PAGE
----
AIRUSE delivers conclusions and recommendations to DG Environment (European Commission) and other stakeholders
Members from all 7 partners explained to DG Environment the conclusions on PM source apportionment, PM mitigation trials, and the consequent suggested measures to decrease PM in 5 Southern European cities (Porto, Barcelona, Milan, Florence and Athens) targeted to meet air quality standards and to approach, as much as possible, the WHO guidelines.
Final Reports available here: http://airuse.eu/outreach-dissemination/reports/
The specific PM mitigation measures experimentally tested were:
- For road dust, soil dust and African dust – street washing and dust suppressants.
- For biomass burning used in residential heating– the use of different biofuels, combustion technologies, and secondary technologies, such as catalyst converters and filters in biomass burning systems.
- For locally relevant industrial emissions – the Best Available Techniques for channelled and fugitive emissions have been reviewed.
- For road traffic – mitigation strategies applied in other European countries, such as: LEZ (Low Emission Zones); limitations to the growth of diesel cars; incorporation of electric, hybrid and gas vehicles; and the selection of procedures for eco-efficient vehicles labelling.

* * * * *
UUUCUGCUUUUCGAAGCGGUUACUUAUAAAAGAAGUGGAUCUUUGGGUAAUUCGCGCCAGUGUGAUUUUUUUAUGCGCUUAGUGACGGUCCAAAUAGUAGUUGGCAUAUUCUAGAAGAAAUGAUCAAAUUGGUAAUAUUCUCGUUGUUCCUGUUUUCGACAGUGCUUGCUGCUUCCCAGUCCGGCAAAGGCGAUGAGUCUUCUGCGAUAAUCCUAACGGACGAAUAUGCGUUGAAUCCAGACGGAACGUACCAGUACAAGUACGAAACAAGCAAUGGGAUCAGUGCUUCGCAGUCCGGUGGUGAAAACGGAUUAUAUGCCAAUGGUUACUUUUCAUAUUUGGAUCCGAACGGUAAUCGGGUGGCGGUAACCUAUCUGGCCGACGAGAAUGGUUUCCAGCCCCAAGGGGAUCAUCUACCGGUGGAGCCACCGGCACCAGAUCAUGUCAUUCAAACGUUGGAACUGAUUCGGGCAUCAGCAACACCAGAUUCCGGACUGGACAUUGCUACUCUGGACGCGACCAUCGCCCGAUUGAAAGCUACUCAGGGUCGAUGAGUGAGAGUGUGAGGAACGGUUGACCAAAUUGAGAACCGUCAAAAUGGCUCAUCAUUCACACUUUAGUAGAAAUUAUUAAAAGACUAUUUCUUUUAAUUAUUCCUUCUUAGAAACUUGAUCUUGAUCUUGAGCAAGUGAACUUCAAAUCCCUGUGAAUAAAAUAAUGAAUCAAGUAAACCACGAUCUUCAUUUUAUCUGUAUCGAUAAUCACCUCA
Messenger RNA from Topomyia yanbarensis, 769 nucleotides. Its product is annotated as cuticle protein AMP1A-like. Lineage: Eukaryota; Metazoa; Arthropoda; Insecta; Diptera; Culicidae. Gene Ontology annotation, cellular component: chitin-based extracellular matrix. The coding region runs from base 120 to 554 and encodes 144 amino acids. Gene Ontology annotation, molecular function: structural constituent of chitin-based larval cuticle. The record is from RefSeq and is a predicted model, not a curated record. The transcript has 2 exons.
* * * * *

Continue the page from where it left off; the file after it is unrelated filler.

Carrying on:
Main conclusions can be summarized as follows:
- Road traffic (vehicle exhaust and non-exhaust emissions including road dust resuspension) is the main source of particles in the air.
- Biomass burning is an important source of PM, except in Barcelona, where most of residential heating is powered with natural gas.
- The cause of exceedances of PM limit values can vary among cities, being mainly traffic, biomass burning and African dust intrusions.
- Systematic street washing is efficient in reducing resuspension of road dust (traffic and African dust).
- Dust suppressants (CMA and MgCl2) did not prove to be efficient in reducing PM levels in urban and industrial sites.
- Nano-polymers were found to be efficient in reducing soil resuspension in urban parks.
- Traditional residential combustion appliances should be replaced by certified equipment and the market of firewood and pellets sales should be regulated.
- Efficient low emission zones (LEZs) must be stringent and include passenger cars.
- Promoting cleaner vehicle technologies requires long term consistent policies.
- Public information on air quality implications of fuel choice is required.
The next phase of AIRUSE project will ensure the dissemination of results and recommendations to the relevant national and local stakeholders, as well as to forums for policy and science.